Posted by: Harold Knight | 11/04/2009

“As Maine goes, so goes the nation…” Elections, Epilepsy, and castrated sheep


The wether maine

Maine. The onetime conventional wisdom in American politics is not (and never was) true. The last time Maine’s voting was a “bellwether” for the nation was1932, and it was not consistent even before then. “Bellwether” is not really an honored position. As a youngster in Western Nebraska, I had the “educational” experience of accompanying a sheep drive (moving thousands of sheep from one pasture to another—dusty, smelly, hot, unpleasant in the extreme). At the head of the drive was a large (male) sheep—the bellwether. He wore a bell which the other sheep (female) could follow—as stupid sheep do—and he was castrated (no hanky-panky allowed!). He was the wether

Epilepsy is (a) an illness related to physical disturbances, (b) a condition related to physical disturbances, (c) a mental disturbance related to lack of mental capacity, (d) a handicap related to psychological and/or social aspects, (e) an identity related to being an epileptic, and (f) a punishment.*

 In this instance, Maine is hardly the bellwether. Thirty states have constitutionally repudiated the right of persons of the same gender to marry. California has done so electorally. Maine is simply following along stupidly with the other sheep. The castrated one is in the rear, not the lead. As he should be. What good is a castrated sheep? Maine may be a wether, but they are not wearing a bell (how’s that for mixing a metaphor up inside itself?).

According to Lena Raty et al, epilepsy patients are likely to “. . .feel particularly vulnerable as epilepsy is an ‘invisible’ condition, which relates to psychological distress. . .a negative conception of self, interpersonal difficulties, and a negative attitude toward the condition.” * The distress many epileptics feel (even those of us whose seizures are private affairs, not the “great sickness” or grand mal events most people think of as epilepsy) comes, at least in my experience,  from  a sense that  our condition is “. . .(d) a handicap related to psychological and/or social aspects. . . [and often] (f) a punishment.” * This distress comes not from the epileptic’s sense of herself, but from the sense of isolation she feels whenever people around her discover her condition.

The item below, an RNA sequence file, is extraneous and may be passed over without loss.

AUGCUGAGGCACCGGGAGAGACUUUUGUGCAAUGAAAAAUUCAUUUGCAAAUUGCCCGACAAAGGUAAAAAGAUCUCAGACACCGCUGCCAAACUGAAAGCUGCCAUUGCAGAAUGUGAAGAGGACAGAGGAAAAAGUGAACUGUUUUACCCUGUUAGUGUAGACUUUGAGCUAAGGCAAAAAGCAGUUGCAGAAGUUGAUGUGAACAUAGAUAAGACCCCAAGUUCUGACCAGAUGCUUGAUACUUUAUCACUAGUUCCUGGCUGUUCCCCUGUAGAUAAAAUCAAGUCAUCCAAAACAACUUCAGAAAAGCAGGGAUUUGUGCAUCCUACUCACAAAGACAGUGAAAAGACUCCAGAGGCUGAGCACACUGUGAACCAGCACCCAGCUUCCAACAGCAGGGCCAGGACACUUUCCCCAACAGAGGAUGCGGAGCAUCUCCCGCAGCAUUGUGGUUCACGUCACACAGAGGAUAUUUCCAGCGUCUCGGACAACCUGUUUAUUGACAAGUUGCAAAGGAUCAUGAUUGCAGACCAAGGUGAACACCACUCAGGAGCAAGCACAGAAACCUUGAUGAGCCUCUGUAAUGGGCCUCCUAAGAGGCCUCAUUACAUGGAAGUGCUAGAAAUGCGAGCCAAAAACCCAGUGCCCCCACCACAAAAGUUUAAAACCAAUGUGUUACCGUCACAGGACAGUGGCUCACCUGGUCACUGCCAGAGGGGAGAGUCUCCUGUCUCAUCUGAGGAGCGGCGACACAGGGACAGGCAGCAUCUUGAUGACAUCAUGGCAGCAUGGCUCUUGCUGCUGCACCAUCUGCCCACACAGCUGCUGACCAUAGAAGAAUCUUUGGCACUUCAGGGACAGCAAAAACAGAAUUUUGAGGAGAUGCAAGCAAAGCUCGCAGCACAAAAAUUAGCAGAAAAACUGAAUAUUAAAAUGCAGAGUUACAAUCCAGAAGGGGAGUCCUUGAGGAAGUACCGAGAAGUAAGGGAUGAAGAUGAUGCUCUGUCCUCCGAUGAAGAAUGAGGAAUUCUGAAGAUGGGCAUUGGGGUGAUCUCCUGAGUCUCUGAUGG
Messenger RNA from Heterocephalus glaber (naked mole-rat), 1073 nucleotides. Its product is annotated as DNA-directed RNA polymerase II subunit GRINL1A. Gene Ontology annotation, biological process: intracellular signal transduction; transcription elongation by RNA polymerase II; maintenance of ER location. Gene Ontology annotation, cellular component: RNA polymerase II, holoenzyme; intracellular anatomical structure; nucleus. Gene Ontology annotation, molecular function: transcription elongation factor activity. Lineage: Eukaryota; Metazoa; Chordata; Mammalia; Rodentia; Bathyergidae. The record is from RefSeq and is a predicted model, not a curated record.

The American-born Canadian poet A.F. Moritz reflects that,

. . . . Isolation and communion can be viewed in two ways. The first has to do with the private self. For each person, some isolation and some communion are necessary. . . .In this perspective, “isolation”. . .should perhaps be replaced with “solitude”. . . .The second way. . .is social. Do we have satisfying access to our society or are we cut off from it, rebuffed and frustrated by it? Does it allow us to have. . .a worthy place within it, or does it repel any decisive influence from individual persons, such that we feel ignored, even tyrannized over?

The society I know seems to be determined to “cut off…[rebuff] and [frustrate]” those who, like epileptics and LGBT persons, do not meet pre-determined qualifications to which one is not privy until one has failed the qualifying test. No one says to us in pre-school or kindergarten or primary school, “If you are epileptic or gay, you cannot fully participate in society, so don’t be those things.” One is what one is and, after one comes to awareness of the facts of one’s life, one is told one has not met the “agreement to preordained structures and behaviors that are non-negotiable.” **

(In case I have thoroughly confused issues here and made nonsense out of my writing—how surprising would that be?—I must clarify. I am not equating epileptics and LGBT persons. The simple fact is that I am both epileptic and gay, and I see many parallels in my social experience between the two realities.)